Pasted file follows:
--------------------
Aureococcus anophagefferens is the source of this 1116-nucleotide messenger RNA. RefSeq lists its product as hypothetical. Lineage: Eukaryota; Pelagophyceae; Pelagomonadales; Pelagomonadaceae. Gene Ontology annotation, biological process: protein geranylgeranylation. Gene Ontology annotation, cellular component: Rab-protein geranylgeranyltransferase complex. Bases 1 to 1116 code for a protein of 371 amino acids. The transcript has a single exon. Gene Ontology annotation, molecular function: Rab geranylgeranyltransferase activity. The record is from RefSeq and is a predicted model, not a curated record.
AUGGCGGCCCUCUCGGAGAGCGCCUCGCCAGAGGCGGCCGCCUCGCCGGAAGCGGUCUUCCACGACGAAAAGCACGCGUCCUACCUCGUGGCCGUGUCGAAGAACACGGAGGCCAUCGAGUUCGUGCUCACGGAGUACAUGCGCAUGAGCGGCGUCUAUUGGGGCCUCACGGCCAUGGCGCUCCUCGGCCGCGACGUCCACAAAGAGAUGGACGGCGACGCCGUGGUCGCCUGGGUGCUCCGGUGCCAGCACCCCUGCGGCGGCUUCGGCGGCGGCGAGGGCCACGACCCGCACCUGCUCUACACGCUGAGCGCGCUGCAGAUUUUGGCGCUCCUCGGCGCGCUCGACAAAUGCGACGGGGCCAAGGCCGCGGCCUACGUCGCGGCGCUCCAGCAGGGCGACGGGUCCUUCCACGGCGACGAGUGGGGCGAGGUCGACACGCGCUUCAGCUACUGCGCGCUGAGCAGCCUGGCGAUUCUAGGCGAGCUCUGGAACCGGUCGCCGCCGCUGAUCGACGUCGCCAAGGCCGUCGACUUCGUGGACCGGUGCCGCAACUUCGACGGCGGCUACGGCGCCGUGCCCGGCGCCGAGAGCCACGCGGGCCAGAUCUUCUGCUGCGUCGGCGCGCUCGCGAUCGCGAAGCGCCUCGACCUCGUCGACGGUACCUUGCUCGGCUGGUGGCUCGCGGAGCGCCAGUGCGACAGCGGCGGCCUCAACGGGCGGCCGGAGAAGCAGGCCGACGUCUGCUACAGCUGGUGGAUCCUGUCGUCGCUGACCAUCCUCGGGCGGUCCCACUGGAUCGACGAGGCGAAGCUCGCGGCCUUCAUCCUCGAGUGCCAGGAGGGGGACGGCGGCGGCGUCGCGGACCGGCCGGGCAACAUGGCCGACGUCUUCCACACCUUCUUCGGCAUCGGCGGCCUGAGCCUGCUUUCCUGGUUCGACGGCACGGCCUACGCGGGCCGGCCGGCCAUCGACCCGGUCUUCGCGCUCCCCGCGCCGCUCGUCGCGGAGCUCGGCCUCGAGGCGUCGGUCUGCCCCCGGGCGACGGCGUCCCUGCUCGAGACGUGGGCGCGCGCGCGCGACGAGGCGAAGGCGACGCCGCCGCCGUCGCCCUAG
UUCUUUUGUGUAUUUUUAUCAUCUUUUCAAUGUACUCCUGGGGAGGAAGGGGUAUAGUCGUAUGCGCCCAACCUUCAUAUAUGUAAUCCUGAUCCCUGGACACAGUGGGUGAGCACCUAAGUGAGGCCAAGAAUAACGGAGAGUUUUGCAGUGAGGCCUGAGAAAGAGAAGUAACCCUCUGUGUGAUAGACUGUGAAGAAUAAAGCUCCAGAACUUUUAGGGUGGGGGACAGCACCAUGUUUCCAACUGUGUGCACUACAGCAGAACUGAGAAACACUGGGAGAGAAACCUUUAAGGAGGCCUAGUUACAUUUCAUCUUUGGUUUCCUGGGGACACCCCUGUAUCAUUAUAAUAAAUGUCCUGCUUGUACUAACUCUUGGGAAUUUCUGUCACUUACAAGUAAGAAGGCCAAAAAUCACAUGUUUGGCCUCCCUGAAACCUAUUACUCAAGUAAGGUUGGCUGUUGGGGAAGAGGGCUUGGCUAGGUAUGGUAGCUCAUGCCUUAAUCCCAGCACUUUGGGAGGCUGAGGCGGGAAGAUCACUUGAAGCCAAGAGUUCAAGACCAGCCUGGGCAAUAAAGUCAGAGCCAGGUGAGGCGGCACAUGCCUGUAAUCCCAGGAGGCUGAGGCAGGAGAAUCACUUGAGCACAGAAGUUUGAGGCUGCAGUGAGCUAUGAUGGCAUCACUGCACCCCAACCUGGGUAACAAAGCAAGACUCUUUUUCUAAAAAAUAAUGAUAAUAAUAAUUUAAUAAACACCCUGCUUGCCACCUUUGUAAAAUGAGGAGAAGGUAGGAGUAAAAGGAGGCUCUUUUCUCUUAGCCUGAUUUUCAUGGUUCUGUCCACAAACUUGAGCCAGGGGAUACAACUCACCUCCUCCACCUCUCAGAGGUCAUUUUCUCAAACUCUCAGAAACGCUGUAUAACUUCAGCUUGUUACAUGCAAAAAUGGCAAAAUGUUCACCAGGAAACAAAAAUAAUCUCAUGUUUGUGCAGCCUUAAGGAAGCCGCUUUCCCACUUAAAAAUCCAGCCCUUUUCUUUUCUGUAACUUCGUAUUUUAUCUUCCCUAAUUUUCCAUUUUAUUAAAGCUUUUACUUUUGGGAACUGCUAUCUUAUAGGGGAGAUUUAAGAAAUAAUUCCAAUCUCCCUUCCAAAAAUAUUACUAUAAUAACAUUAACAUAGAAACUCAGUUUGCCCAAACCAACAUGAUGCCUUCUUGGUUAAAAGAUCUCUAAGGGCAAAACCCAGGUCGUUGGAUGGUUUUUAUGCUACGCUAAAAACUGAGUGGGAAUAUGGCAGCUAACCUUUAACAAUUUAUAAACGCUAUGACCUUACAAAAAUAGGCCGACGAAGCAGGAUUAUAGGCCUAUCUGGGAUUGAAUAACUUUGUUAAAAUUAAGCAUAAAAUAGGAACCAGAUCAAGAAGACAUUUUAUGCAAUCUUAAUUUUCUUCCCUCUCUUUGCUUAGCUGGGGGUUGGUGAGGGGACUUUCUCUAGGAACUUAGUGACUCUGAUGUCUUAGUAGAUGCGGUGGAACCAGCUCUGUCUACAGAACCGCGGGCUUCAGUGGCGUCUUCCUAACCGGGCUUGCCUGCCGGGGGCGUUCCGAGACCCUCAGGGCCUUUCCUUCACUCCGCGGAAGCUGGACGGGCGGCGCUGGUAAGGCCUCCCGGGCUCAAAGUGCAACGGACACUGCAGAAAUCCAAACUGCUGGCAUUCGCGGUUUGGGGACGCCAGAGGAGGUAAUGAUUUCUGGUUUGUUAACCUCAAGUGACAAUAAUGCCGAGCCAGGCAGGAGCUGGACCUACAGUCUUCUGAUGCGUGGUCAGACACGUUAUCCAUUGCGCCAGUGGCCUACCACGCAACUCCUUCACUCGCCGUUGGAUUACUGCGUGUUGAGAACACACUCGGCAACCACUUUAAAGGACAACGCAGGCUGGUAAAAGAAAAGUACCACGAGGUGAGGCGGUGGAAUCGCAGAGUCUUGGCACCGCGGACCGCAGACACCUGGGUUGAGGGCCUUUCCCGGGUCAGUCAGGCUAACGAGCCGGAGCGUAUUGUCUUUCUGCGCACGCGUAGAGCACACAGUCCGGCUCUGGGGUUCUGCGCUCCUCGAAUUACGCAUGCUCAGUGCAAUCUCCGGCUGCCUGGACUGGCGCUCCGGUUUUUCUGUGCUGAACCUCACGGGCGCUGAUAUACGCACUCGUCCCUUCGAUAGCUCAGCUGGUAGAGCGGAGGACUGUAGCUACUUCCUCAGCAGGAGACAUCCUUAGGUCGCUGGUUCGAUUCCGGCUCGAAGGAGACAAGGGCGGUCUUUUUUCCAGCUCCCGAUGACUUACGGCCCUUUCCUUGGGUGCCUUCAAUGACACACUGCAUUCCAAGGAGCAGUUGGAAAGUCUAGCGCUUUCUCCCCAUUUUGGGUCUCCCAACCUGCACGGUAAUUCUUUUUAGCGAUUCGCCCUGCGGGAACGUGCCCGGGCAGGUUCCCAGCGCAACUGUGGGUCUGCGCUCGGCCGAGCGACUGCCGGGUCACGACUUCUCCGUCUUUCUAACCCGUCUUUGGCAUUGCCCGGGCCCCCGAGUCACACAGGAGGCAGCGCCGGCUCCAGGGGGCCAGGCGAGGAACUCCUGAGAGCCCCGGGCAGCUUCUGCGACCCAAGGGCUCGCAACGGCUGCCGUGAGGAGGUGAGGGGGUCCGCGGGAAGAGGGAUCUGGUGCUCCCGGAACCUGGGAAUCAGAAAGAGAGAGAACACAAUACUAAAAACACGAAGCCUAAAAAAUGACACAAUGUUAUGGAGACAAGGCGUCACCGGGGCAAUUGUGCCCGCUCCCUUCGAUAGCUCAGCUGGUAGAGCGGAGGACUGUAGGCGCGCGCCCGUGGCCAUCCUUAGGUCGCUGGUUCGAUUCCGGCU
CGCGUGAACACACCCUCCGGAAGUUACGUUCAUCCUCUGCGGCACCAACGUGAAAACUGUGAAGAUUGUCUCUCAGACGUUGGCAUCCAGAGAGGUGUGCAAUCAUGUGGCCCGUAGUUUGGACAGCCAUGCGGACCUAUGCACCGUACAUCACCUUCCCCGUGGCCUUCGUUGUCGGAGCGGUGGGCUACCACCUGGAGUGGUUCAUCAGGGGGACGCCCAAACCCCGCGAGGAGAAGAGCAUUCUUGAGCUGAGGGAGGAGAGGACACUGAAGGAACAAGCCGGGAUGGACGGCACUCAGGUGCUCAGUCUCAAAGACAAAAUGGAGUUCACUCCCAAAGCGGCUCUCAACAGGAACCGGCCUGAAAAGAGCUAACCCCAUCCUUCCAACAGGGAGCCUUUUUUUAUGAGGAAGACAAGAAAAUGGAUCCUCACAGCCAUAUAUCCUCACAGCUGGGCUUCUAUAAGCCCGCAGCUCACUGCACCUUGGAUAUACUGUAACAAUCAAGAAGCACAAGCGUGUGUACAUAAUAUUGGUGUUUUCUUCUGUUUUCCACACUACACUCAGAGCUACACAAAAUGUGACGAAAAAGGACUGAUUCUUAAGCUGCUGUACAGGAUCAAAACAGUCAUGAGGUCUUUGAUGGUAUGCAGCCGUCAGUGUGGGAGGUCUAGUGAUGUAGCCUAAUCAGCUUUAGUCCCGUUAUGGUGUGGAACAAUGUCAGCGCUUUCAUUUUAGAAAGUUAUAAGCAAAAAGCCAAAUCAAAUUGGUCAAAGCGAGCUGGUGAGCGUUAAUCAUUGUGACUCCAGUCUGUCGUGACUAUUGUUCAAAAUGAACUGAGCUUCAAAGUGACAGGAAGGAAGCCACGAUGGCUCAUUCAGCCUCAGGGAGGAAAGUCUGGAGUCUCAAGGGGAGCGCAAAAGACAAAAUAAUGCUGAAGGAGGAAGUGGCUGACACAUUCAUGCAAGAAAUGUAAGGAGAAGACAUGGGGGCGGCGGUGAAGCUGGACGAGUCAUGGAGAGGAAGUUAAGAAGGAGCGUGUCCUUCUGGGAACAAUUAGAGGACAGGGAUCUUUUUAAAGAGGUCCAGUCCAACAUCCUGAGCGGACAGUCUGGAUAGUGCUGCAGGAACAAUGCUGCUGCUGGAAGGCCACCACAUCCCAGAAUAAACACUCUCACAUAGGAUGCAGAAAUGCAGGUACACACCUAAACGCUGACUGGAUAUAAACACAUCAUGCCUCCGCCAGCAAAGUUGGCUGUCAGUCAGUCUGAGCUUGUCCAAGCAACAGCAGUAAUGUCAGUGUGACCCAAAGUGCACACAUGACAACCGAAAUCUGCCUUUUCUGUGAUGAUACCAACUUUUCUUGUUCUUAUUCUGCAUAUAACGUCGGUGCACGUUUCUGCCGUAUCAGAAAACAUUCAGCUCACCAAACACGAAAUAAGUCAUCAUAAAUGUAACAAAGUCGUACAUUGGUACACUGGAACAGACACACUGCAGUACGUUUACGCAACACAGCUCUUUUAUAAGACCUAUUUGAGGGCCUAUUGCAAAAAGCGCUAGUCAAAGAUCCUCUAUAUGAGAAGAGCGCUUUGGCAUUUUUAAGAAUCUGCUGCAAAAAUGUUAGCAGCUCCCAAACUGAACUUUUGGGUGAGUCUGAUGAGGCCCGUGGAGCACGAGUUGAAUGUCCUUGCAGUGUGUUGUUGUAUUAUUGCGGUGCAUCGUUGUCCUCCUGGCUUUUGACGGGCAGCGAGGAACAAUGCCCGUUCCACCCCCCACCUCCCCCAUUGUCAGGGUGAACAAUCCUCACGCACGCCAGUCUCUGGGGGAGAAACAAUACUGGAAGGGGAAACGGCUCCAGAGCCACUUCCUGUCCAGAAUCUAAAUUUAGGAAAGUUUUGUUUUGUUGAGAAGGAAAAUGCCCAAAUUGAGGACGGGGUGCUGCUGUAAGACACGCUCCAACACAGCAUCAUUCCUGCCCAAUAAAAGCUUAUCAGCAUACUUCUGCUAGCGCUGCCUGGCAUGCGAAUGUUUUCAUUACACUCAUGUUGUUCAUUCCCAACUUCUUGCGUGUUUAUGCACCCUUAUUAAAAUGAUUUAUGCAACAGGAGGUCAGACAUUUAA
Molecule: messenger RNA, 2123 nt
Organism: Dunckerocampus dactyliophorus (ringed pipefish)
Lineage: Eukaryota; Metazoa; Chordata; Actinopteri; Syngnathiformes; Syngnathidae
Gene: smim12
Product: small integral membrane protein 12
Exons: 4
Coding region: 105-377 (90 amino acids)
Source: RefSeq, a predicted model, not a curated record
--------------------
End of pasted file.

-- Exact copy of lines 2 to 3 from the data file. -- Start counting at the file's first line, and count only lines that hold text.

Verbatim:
AUGGCGGCCCUCUCGGAGAGCGCCUCGCCAGAGGCGGCCGCCUCGCCGGAAGCGGUCUUCCACGACGAAAAGCACGCGUCCUACCUCGUGGCCGUGUCGAAGAACACGGAGGCCAUCGAGUUCGUGCUCACGGAGUACAUGCGCAUGAGCGGCGUCUAUUGGGGCCUCACGGCCAUGGCGCUCCUCGGCCGCGACGUCCACAAAGAGAUGGACGGCGACGCCGUGGUCGCCUGGGUGCUCCGGUGCCAGCACCCCUGCGGCGGCUUCGGCGGCGGCGAGGGCCACGACCCGCACCUGCUCUACACGCUGAGCGCGCUGCAGAUUUUGGCGCUCCUCGGCGCGCUCGACAAAUGCGACGGGGCCAAGGCCGCGGCCUACGUCGCGGCGCUCCAGCAGGGCGACGGGUCCUUCCACGGCGACGAGUGGGGCGAGGUCGACACGCGCUUCAGCUACUGCGCGCUGAGCAGCCUGGCGAUUCUAGGCGAGCUCUGGAACCGGUCGCCGCCGCUGAUCGACGUCGCCAAGGCCGUCGACUUCGUGGACCGGUGCCGCAACUUCGACGGCGGCUACGGCGCCGUGCCCGGCGCCGAGAGCCACGCGGGCCAGAUCUUCUGCUGCGUCGGCGCGCUCGCGAUCGCGAAGCGCCUCGACCUCGUCGACGGUACCUUGCUCGGCUGGUGGCUCGCGGAGCGCCAGUGCGACAGCGGCGGCCUCAACGGGCGGCCGGAGAAGCAGGCCGACGUCUGCUACAGCUGGUGGAUCCUGUCGUCGCUGACCAUCCUCGGGCGGUCCCACUGGAUCGACGAGGCGAAGCUCGCGGCCUUCAUCCUCGAGUGCCAGGAGGGGGACGGCGGCGGCGUCGCGGACCGGCCGGGCAACAUGGCCGACGUCUUCCACACCUUCUUCGGCAUCGGCGGCCUGAGCCUGCUUUCCUGGUUCGACGGCACGGCCUACGCGGGCCGGCCGGCCAUCGACCCGGUCUUCGCGCUCCCCGCGCCGCUCGUCGCGGAGCUCGGCCUCGAGGCGUCGGUCUGCCCCCGGGCGACGGCGUCCCUGCUCGAGACGUGGGCGCGCGCGCGCGACGAGGCGAAGGCGACGCCGCCGCCGUCGCCCUAG
UUCUUUUGUGUAUUUUUAUCAUCUUUUCAAUGUACUCCUGGGGAGGAAGGGGUAUAGUCGUAUGCGCCCAACCUUCAUAUAUGUAAUCCUGAUCCCUGGACACAGUGGGUGAGCACCUAAGUGAGGCCAAGAAUAACGGAGAGUUUUGCAGUGAGGCCUGAGAAAGAGAAGUAACCCUCUGUGUGAUAGACUGUGAAGAAUAAAGCUCCAGAACUUUUAGGGUGGGGGACAGCACCAUGUUUCCAACUGUGUGCACUACAGCAGAACUGAGAAACACUGGGAGAGAAACCUUUAAGGAGGCCUAGUUACAUUUCAUCUUUGGUUUCCUGGGGACACCCCUGUAUCAUUAUAAUAAAUGUCCUGCUUGUACUAACUCUUGGGAAUUUCUGUCACUUACAAGUAAGAAGGCCAAAAAUCACAUGUUUGGCCUCCCUGAAACCUAUUACUCAAGUAAGGUUGGCUGUUGGGGAAGAGGGCUUGGCUAGGUAUGGUAGCUCAUGCCUUAAUCCCAGCACUUUGGGAGGCUGAGGCGGGAAGAUCACUUGAAGCCAAGAGUUCAAGACCAGCCUGGGCAAUAAAGUCAGAGCCAGGUGAGGCGGCACAUGCCUGUAAUCCCAGGAGGCUGAGGCAGGAGAAUCACUUGAGCACAGAAGUUUGAGGCUGCAGUGAGCUAUGAUGGCAUCACUGCACCCCAACCUGGGUAACAAAGCAAGACUCUUUUUCUAAAAAAUAAUGAUAAUAAUAAUUUAAUAAACACCCUGCUUGCCACCUUUGUAAAAUGAGGAGAAGGUAGGAGUAAAAGGAGGCUCUUUUCUCUUAGCCUGAUUUUCAUGGUUCUGUCCACAAACUUGAGCCAGGGGAUACAACUCACCUCCUCCACCUCUCAGAGGUCAUUUUCUCAAACUCUCAGAAACGCUGUAUAACUUCAGCUUGUUACAUGCAAAAAUGGCAAAAUGUUCACCAGGAAACAAAAAUAAUCUCAUGUUUGUGCAGCCUUAAGGAAGCCGCUUUCCCACUUAAAAAUCCAGCCCUUUUCUUUUCUGUAACUUCGUAUUUUAUCUUCCCUAAUUUUCCAUUUUAUUAAAGCUUUUACUUUUGGGAACUGCUAUCUUAUAGGGGAGAUUUAAGAAAUAAUUCCAAUCUCCCUUCCAAAAAUAUUACUAUAAUAACAUUAACAUAGAAACUCAGUUUGCCCAAACCAACAUGAUGCCUUCUUGGUUAAAAGAUCUCUAAGGGCAAAACCCAGGUCGUUGGAUGGUUUUUAUGCUACGCUAAAAACUGAGUGGGAAUAUGGCAGCUAACCUUUAACAAUUUAUAAACGCUAUGACCUUACAAAAAUAGGCCGACGAAGCAGGAUUAUAGGCCUAUCUGGGAUUGAAUAACUUUGUUAAAAUUAAGCAUAAAAUAGGAACCAGAUCAAGAAGACAUUUUAUGCAAUCUUAAUUUUCUUCCCUCUCUUUGCUUAGCUGGGGGUUGGUGAGGGGACUUUCUCUAGGAACUUAGUGACUCUGAUGUCUUAGUAGAUGCGGUGGAACCAGCUCUGUCUACAGAACCGCGGGCUUCAGUGGCGUCUUCCUAACCGGGCUUGCCUGCCGGGGGCGUUCCGAGACCCUCAGGGCCUUUCCUUCACUCCGCGGAAGCUGGACGGGCGGCGCUGGUAAGGCCUCCCGGGCUCAAAGUGCAACGGACACUGCAGAAAUCCAAACUGCUGGCAUUCGCGGUUUGGGGACGCCAGAGGAGGUAAUGAUUUCUGGUUUGUUAACCUCAAGUGACAAUAAUGCCGAGCCAGGCAGGAGCUGGACCUACAGUCUUCUGAUGCGUGGUCAGACACGUUAUCCAUUGCGCCAGUGGCCUACCACGCAACUCCUUCACUCGCCGUUGGAUUACUGCGUGUUGAGAACACACUCGGCAACCACUUUAAAGGACAACGCAGGCUGGUAAAAGAAAAGUACCACGAGGUGAGGCGGUGGAAUCGCAGAGUCUUGGCACCGCGGACCGCAGACACCUGGGUUGAGGGCCUUUCCCGGGUCAGUCAGGCUAACGAGCCGGAGCGUAUUGUCUUUCUGCGCACGCGUAGAGCACACAGUCCGGCUCUGGGGUUCUGCGCUCCUCGAAUUACGCAUGCUCAGUGCAAUCUCCGGCUGCCUGGACUGGCGCUCCGGUUUUUCUGUGCUGAACCUCACGGGCGCUGAUAUACGCACUCGUCCCUUCGAUAGCUCAGCUGGUAGAGCGGAGGACUGUAGCUACUUCCUCAGCAGGAGACAUCCUUAGGUCGCUGGUUCGAUUCCGGCUCGAAGGAGACAAGGGCGGUCUUUUUUCCAGCUCCCGAUGACUUACGGCCCUUUCCUUGGGUGCCUUCAAUGACACACUGCAUUCCAAGGAGCAGUUGGAAAGUCUAGCGCUUUCUCCCCAUUUUGGGUCUCCCAACCUGCACGGUAAUUCUUUUUAGCGAUUCGCCCUGCGGGAACGUGCCCGGGCAGGUUCCCAGCGCAACUGUGGGUCUGCGCUCGGCCGAGCGACUGCCGGGUCACGACUUCUCCGUCUUUCUAACCCGUCUUUGGCAUUGCCCGGGCCCCCGAGUCACACAGGAGGCAGCGCCGGCUCCAGGGGGCCAGGCGAGGAACUCCUGAGAGCCCCGGGCAGCUUCUGCGACCCAAGGGCUCGCAACGGCUGCCGUGAGGAGGUGAGGGGGUCCGCGGGAAGAGGGAUCUGGUGCUCCCGGAACCUGGGAAUCAGAAAGAGAGAGAACACAAUACUAAAAACACGAAGCCUAAAAAAUGACACAAUGUUAUGGAGACAAGGCGUCACCGGGGCAAUUGUGCCCGCUCCCUUCGAUAGCUCAGCUGGUAGAGCGGAGGACUGUAGGCGCGCGCCCGUGGCCAUCCUUAGGUCGCUGGUUCGAUUCCGGCU